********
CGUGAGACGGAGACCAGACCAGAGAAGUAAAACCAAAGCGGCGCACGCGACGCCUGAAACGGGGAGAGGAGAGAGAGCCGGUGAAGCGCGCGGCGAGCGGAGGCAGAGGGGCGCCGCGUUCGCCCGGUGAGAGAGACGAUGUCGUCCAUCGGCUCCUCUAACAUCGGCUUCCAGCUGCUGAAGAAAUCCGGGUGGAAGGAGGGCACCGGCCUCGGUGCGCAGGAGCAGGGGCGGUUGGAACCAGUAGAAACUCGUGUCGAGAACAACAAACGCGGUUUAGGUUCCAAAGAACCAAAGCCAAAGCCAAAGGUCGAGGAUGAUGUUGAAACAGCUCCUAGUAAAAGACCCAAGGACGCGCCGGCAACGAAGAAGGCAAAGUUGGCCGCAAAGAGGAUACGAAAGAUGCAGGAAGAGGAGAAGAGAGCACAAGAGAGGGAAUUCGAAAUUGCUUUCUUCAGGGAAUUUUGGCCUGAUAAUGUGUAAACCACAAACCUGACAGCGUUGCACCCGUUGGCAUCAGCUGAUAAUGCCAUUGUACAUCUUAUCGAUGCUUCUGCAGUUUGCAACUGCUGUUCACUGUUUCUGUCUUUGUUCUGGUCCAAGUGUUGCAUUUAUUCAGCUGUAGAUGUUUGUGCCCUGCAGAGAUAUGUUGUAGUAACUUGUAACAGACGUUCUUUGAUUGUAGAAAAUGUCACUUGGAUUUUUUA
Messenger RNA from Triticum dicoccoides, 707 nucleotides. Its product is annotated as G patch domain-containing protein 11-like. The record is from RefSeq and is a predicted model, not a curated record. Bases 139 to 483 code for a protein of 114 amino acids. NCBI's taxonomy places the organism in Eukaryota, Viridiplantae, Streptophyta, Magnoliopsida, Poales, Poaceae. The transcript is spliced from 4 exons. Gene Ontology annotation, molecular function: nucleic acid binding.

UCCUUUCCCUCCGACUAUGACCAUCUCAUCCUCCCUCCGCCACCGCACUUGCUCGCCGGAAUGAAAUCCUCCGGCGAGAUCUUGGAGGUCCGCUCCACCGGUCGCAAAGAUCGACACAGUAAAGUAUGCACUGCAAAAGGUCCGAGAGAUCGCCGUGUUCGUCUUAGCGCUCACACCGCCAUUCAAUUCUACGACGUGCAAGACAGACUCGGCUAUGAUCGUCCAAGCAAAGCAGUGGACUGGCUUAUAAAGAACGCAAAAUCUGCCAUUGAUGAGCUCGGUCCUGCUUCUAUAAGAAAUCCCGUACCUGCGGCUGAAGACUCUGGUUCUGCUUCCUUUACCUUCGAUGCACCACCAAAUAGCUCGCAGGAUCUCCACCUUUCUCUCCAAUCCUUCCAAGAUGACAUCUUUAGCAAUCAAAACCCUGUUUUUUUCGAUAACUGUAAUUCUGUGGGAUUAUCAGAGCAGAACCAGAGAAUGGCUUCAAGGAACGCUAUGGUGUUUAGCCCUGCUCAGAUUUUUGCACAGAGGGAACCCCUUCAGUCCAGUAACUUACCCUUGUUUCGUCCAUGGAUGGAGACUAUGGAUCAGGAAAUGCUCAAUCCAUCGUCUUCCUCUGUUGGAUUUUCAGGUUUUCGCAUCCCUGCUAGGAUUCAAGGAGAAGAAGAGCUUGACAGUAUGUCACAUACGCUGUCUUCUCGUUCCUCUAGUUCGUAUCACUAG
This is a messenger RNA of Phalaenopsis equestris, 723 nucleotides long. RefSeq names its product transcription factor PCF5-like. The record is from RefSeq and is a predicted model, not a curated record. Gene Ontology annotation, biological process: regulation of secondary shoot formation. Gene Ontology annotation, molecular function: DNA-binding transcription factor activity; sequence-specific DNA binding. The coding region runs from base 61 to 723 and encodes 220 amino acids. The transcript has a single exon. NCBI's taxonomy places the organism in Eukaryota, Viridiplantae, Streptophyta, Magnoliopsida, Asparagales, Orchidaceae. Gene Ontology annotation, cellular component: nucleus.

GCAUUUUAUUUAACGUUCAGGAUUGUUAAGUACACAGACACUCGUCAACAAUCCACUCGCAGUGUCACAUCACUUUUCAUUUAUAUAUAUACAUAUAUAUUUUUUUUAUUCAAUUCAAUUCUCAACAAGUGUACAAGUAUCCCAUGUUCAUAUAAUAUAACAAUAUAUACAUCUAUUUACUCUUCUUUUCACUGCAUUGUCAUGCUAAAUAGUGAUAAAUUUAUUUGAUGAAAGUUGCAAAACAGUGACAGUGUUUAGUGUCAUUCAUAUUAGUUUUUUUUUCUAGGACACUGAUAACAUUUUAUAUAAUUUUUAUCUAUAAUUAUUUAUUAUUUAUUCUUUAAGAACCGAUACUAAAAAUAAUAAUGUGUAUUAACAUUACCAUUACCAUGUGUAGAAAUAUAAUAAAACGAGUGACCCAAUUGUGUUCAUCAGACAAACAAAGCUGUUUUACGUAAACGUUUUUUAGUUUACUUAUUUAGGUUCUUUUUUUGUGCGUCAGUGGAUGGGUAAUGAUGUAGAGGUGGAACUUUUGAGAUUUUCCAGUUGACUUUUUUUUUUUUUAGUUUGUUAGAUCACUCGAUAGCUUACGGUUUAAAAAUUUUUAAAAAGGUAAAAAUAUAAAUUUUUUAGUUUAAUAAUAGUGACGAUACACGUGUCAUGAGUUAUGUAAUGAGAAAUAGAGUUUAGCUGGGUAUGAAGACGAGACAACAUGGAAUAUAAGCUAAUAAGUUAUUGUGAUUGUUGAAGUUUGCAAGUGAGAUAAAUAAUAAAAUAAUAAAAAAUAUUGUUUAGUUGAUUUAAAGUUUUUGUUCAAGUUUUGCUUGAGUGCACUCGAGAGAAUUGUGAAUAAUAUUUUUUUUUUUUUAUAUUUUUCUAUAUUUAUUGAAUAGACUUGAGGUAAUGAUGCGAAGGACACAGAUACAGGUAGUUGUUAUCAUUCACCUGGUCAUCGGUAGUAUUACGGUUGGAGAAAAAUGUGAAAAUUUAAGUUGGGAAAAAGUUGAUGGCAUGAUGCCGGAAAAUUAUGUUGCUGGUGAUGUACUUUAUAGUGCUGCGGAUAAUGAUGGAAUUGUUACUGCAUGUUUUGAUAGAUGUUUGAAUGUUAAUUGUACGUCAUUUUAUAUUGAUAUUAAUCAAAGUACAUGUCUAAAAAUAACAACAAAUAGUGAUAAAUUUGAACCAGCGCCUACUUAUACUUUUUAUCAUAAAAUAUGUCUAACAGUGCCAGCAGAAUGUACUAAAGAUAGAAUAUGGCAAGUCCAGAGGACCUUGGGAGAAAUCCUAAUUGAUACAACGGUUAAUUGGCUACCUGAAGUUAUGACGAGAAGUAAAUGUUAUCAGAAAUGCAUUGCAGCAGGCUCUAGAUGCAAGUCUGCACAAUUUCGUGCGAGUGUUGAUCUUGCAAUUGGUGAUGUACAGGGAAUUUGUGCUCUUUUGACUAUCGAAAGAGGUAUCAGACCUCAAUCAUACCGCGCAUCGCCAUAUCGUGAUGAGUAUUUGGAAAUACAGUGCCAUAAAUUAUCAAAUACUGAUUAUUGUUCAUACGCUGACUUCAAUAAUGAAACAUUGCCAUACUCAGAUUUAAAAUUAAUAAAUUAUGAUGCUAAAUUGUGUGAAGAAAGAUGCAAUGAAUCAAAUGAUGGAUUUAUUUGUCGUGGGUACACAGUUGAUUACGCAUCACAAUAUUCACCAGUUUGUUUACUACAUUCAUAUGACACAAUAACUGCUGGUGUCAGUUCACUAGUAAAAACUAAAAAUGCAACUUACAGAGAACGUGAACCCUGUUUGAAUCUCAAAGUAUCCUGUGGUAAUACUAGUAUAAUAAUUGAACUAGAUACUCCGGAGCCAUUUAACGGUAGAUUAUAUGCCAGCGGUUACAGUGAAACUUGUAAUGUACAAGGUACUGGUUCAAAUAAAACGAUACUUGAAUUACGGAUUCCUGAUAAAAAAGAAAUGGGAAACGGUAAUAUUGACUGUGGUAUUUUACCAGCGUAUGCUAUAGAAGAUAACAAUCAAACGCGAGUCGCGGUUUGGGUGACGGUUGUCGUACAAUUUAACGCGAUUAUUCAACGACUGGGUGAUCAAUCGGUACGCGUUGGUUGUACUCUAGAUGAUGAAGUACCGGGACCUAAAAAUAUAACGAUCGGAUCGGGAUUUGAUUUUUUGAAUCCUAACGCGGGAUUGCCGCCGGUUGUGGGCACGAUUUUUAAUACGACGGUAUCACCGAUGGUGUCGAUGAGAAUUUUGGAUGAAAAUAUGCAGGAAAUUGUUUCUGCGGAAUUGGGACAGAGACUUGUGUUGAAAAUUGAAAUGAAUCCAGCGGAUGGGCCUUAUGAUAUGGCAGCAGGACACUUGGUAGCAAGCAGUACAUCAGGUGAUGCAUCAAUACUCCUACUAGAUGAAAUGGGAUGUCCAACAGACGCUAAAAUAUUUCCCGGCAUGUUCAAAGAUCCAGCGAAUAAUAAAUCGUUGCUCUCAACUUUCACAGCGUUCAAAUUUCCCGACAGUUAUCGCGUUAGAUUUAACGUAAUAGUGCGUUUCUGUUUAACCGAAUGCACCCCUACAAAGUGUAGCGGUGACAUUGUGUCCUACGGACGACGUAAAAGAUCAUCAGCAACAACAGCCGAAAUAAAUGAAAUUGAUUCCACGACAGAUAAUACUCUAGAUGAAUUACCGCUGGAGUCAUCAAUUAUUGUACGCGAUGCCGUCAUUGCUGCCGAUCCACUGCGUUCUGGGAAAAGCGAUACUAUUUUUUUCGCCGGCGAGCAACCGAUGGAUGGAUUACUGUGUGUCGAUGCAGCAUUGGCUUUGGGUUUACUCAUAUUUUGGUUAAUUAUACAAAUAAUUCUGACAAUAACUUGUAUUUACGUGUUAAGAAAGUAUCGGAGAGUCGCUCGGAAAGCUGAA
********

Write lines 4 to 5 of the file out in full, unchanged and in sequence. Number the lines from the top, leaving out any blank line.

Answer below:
This is a messenger RNA of Phalaenopsis equestris, 723 nucleotides long. RefSeq names its product transcription factor PCF5-like. The record is from RefSeq and is a predicted model, not a curated record. Gene Ontology annotation, biological process: regulation of secondary shoot formation. Gene Ontology annotation, molecular function: DNA-binding transcription factor activity; sequence-specific DNA binding. The coding region runs from base 61 to 723 and encodes 220 amino acids. The transcript has a single exon. NCBI's taxonomy places the organism in Eukaryota, Viridiplantae, Streptophyta, Magnoliopsida, Asparagales, Orchidaceae. Gene Ontology annotation, cellular component: nucleus.

GCAUUUUAUUUAACGUUCAGGAUUGUUAAGUACACAGACACUCGUCAACAAUCCACUCGCAGUGUCACAUCACUUUUCAUUUAUAUAUAUACAUAUAUAUUUUUUUUAUUCAAUUCAAUUCUCAACAAGUGUACAAGUAUCCCAUGUUCAUAUAAUAUAACAAUAUAUACAUCUAUUUACUCUUCUUUUCACUGCAUUGUCAUGCUAAAUAGUGAUAAAUUUAUUUGAUGAAAGUUGCAAAACAGUGACAGUGUUUAGUGUCAUUCAUAUUAGUUUUUUUUUCUAGGACACUGAUAACAUUUUAUAUAAUUUUUAUCUAUAAUUAUUUAUUAUUUAUUCUUUAAGAACCGAUACUAAAAAUAAUAAUGUGUAUUAACAUUACCAUUACCAUGUGUAGAAAUAUAAUAAAACGAGUGACCCAAUUGUGUUCAUCAGACAAACAAAGCUGUUUUACGUAAACGUUUUUUAGUUUACUUAUUUAGGUUCUUUUUUUGUGCGUCAGUGGAUGGGUAAUGAUGUAGAGGUGGAACUUUUGAGAUUUUCCAGUUGACUUUUUUUUUUUUUAGUUUGUUAGAUCACUCGAUAGCUUACGGUUUAAAAAUUUUUAAAAAGGUAAAAAUAUAAAUUUUUUAGUUUAAUAAUAGUGACGAUACACGUGUCAUGAGUUAUGUAAUGAGAAAUAGAGUUUAGCUGGGUAUGAAGACGAGACAACAUGGAAUAUAAGCUAAUAAGUUAUUGUGAUUGUUGAAGUUUGCAAGUGAGAUAAAUAAUAAAAUAAUAAAAAAUAUUGUUUAGUUGAUUUAAAGUUUUUGUUCAAGUUUUGCUUGAGUGCACUCGAGAGAAUUGUGAAUAAUAUUUUUUUUUUUUUAUAUUUUUCUAUAUUUAUUGAAUAGACUUGAGGUAAUGAUGCGAAGGACACAGAUACAGGUAGUUGUUAUCAUUCACCUGGUCAUCGGUAGUAUUACGGUUGGAGAAAAAUGUGAAAAUUUAAGUUGGGAAAAAGUUGAUGGCAUGAUGCCGGAAAAUUAUGUUGCUGGUGAUGUACUUUAUAGUGCUGCGGAUAAUGAUGGAAUUGUUACUGCAUGUUUUGAUAGAUGUUUGAAUGUUAAUUGUACGUCAUUUUAUAUUGAUAUUAAUCAAAGUACAUGUCUAAAAAUAACAACAAAUAGUGAUAAAUUUGAACCAGCGCCUACUUAUACUUUUUAUCAUAAAAUAUGUCUAACAGUGCCAGCAGAAUGUACUAAAGAUAGAAUAUGGCAAGUCCAGAGGACCUUGGGAGAAAUCCUAAUUGAUACAACGGUUAAUUGGCUACCUGAAGUUAUGACGAGAAGUAAAUGUUAUCAGAAAUGCAUUGCAGCAGGCUCUAGAUGCAAGUCUGCACAAUUUCGUGCGAGUGUUGAUCUUGCAAUUGGUGAUGUACAGGGAAUUUGUGCUCUUUUGACUAUCGAAAGAGGUAUCAGACCUCAAUCAUACCGCGCAUCGCCAUAUCGUGAUGAGUAUUUGGAAAUACAGUGCCAUAAAUUAUCAAAUACUGAUUAUUGUUCAUACGCUGACUUCAAUAAUGAAACAUUGCCAUACUCAGAUUUAAAAUUAAUAAAUUAUGAUGCUAAAUUGUGUGAAGAAAGAUGCAAUGAAUCAAAUGAUGGAUUUAUUUGUCGUGGGUACACAGUUGAUUACGCAUCACAAUAUUCACCAGUUUGUUUACUACAUUCAUAUGACACAAUAACUGCUGGUGUCAGUUCACUAGUAAAAACUAAAAAUGCAACUUACAGAGAACGUGAACCCUGUUUGAAUCUCAAAGUAUCCUGUGGUAAUACUAGUAUAAUAAUUGAACUAGAUACUCCGGAGCCAUUUAACGGUAGAUUAUAUGCCAGCGGUUACAGUGAAACUUGUAAUGUACAAGGUACUGGUUCAAAUAAAACGAUACUUGAAUUACGGAUUCCUGAUAAAAAAGAAAUGGGAAACGGUAAUAUUGACUGUGGUAUUUUACCAGCGUAUGCUAUAGAAGAUAACAAUCAAACGCGAGUCGCGGUUUGGGUGACGGUUGUCGUACAAUUUAACGCGAUUAUUCAACGACUGGGUGAUCAAUCGGUACGCGUUGGUUGUACUCUAGAUGAUGAAGUACCGGGACCUAAAAAUAUAACGAUCGGAUCGGGAUUUGAUUUUUUGAAUCCUAACGCGGGAUUGCCGCCGGUUGUGGGCACGAUUUUUAAUACGACGGUAUCACCGAUGGUGUCGAUGAGAAUUUUGGAUGAAAAUAUGCAGGAAAUUGUUUCUGCGGAAUUGGGACAGAGACUUGUGUUGAAAAUUGAAAUGAAUCCAGCGGAUGGGCCUUAUGAUAUGGCAGCAGGACACUUGGUAGCAAGCAGUACAUCAGGUGAUGCAUCAAUACUCCUACUAGAUGAAAUGGGAUGUCCAACAGACGCUAAAAUAUUUCCCGGCAUGUUCAAAGAUCCAGCGAAUAAUAAAUCGUUGCUCUCAACUUUCACAGCGUUCAAAUUUCCCGACAGUUAUCGCGUUAGAUUUAACGUAAUAGUGCGUUUCUGUUUAACCGAAUGCACCCCUACAAAGUGUAGCGGUGACAUUGUGUCCUACGGACGACGUAAAAGAUCAUCAGCAACAACAGCCGAAAUAAAUGAAAUUGAUUCCACGACAGAUAAUACUCUAGAUGAAUUACCGCUGGAGUCAUCAAUUAUUGUACGCGAUGCCGUCAUUGCUGCCGAUCCACUGCGUUCUGGGAAAAGCGAUACUAUUUUUUUCGCCGGCGAGCAACCGAUGGAUGGAUUACUGUGUGUCGAUGCAGCAUUGGCUUUGGGUUUACUCAUAUUUUGGUUAAUUAUACAAAUAAUUCUGACAAUAACUUGUAUUUACGUGUUAAGAAAGUAUCGGAGAGUCGCUCGGAAAGCUGAA